Showing posts from November, 2015

Self set trees at Brockley Grove

The plantation was created around 1990, twenty years later Rangers organised work parties to begin coppice management -

Part of the management is to assess the condition of the developing woodland by monitoring self set trees. These were recorded in October 2015
Field MapleCherry spHollyOakAshWillow spWillow spBroomNorway MapleSycamoreHawthornHazel

Brockley Grove - then and now

Article from Birmingham Forum website -  My old mum and I moved into a prefab on Brockley grove just off dog pool lane (dads lane) in moseley in about 1959 and my old mum thought it was heaven, it had a "fitted kitchen" i.e a built in washing machine, she'd always had to do her washing by hand before and in both bedrooms were "metal" fitted wardrobes. As it was detached, standing surounded with a nice little garden we both loved it. unfortunatly it' now been demolished and  Brockley grove is now unsign posted and is a dog walking area but I will always have very fond memories of mom's little "bungalow".

Please send your wildlife sightings to EcoRecord
EcoRecord is the biological record centre for Birmingham and the Black Country (Dudley, Sandwell, Walsall & Wolverhampton).
EcoRecord collects, collates and makes available information about the wildlife, wildlife sites and habitats of Birmingham and the Black Country and currently has over 500,000 species records on its database.
These records come from many sources, ranging from professional ecologists to amateur expert naturalists to other wildlife enthusiasts

Coppiced woodland provides good nesting opportunities for Wrens, although the bird has a wide range of habitats.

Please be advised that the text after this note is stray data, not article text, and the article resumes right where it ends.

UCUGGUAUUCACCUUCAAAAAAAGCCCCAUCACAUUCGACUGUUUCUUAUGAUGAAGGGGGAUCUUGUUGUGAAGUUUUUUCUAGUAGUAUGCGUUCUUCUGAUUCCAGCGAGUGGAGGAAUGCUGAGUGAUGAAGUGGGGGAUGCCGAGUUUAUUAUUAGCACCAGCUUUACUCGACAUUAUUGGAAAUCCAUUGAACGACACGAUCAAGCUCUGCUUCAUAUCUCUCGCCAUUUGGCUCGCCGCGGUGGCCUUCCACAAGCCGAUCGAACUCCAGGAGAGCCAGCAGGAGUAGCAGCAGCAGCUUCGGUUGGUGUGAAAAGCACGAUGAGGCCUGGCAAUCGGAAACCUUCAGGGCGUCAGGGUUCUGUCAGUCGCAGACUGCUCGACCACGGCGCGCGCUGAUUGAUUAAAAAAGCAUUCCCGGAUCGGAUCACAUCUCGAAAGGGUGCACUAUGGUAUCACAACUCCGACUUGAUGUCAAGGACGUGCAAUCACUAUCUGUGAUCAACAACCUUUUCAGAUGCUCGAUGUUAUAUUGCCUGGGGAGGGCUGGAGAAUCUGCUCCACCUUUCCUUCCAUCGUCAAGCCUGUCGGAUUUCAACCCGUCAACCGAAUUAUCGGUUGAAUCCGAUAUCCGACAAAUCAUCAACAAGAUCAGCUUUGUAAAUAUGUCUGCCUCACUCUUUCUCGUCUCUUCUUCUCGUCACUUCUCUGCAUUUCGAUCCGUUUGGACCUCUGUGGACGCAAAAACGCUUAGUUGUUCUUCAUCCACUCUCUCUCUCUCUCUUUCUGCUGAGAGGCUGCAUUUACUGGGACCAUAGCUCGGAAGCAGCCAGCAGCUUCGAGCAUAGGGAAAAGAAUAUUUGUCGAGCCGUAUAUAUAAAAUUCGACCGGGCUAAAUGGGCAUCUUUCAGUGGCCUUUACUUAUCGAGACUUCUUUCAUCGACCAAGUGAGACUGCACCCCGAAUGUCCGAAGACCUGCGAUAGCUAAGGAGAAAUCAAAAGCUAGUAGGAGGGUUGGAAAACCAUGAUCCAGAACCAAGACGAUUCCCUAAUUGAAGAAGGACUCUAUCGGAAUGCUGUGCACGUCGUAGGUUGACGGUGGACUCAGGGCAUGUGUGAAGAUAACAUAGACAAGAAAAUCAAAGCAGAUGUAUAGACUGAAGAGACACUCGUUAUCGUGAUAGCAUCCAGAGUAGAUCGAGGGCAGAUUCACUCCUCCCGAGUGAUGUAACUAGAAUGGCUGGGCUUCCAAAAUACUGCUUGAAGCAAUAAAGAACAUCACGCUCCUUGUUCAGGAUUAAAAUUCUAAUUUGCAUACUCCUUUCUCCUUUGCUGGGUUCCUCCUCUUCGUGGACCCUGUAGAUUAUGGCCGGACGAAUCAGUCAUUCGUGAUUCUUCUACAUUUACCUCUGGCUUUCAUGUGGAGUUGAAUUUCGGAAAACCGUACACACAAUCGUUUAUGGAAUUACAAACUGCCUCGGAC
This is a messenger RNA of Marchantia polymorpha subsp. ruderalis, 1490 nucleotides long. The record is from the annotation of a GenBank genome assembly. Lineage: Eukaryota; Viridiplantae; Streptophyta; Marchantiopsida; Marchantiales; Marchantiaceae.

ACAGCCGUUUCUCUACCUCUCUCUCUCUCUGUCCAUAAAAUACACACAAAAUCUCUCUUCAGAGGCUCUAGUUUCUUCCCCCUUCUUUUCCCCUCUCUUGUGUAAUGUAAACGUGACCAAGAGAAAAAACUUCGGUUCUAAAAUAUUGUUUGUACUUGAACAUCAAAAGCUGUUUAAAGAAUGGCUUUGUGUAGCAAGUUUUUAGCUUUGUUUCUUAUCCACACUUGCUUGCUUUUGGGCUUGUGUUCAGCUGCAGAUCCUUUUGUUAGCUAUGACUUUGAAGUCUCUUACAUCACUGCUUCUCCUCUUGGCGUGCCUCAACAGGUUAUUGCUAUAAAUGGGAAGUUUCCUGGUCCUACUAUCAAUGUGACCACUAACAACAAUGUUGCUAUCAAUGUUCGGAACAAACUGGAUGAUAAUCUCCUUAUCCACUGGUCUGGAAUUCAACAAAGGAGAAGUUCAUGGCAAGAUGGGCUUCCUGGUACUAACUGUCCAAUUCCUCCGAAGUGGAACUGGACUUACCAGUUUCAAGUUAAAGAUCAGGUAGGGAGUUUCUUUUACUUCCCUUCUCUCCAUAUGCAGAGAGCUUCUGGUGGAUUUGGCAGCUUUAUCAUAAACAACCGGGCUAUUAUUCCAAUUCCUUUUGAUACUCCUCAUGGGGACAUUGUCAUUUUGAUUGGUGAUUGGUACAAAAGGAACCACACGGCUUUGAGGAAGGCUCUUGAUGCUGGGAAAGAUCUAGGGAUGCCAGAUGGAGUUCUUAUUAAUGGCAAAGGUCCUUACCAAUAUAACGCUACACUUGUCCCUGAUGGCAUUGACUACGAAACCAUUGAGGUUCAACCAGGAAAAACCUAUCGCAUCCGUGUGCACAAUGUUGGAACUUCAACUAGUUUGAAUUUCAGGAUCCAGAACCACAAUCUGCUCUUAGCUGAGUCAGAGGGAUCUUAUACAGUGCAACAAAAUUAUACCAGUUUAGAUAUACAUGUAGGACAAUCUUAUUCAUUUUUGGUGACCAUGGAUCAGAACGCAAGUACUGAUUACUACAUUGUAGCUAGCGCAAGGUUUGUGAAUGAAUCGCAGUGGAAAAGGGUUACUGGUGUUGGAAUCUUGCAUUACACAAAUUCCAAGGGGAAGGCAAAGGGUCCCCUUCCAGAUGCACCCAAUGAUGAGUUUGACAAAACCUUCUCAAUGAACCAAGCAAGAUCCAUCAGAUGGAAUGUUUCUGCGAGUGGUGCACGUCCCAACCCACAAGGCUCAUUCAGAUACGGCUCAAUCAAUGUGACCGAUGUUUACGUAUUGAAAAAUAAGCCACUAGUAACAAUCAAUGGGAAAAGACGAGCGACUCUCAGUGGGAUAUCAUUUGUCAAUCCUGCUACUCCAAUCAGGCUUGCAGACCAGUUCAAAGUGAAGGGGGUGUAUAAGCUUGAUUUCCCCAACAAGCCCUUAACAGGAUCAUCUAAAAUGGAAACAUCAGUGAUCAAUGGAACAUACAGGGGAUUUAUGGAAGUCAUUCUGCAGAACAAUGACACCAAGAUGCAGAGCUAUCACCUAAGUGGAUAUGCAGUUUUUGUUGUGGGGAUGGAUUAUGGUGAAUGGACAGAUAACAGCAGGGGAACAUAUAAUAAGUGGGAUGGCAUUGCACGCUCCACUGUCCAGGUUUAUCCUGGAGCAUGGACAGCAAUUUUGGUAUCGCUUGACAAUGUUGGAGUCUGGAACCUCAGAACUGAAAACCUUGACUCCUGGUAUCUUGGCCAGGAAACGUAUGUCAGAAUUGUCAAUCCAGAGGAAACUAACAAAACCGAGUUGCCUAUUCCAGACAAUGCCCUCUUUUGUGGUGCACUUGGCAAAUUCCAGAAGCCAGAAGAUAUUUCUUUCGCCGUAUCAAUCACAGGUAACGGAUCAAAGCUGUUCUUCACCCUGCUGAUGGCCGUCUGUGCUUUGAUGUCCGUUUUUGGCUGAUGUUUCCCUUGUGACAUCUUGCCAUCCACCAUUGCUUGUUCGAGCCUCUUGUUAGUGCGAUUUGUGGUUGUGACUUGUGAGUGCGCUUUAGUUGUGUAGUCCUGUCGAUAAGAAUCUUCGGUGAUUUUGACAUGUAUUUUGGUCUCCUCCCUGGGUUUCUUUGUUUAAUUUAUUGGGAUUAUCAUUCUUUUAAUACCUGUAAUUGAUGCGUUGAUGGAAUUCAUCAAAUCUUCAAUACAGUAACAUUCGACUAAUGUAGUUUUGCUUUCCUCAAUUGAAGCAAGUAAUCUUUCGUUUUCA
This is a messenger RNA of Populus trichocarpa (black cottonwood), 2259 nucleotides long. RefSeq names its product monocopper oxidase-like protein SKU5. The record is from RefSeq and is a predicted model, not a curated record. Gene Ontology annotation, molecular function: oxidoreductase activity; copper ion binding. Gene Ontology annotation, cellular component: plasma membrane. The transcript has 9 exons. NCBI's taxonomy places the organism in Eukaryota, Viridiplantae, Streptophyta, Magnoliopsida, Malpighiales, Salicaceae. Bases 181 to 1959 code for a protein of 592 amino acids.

Holders Woods Fungi


From plantation to woodland

When does a plantation become a woodland? It's not an overnight occurrence but a gradual process and mostly overlooked.

Brockley Grove Plantation at Moor Green, like many other plantations created in the 1980's and 90's, is showing signs of woodland; beyond the presence of trees are subtle hidden changes, taking place year on year as decay and decomposition set in, aided by dead wood, fungi, invertebrates and other micro organisms, vital elements for the increasing biodiversity.

The accelerated process begins with the planting of trees, but in a natural state pioneer species would colonise with the aid of seeds dispersed from local specimens - Windblown Birch and Ash, bird dropped seeds from Hawthorn, Jay planted acorns from Oak and fallen nuts from Hazel.

This week we witnessed the presence of an Orange Ladybird,
Halyzia 16-guttata the Uk Ladybird survey informs us -

Size: 4.5 - 6mm  Basic colour: orange  Pattern colour: white spots  Number of spots: 12-16  Spot fusions: none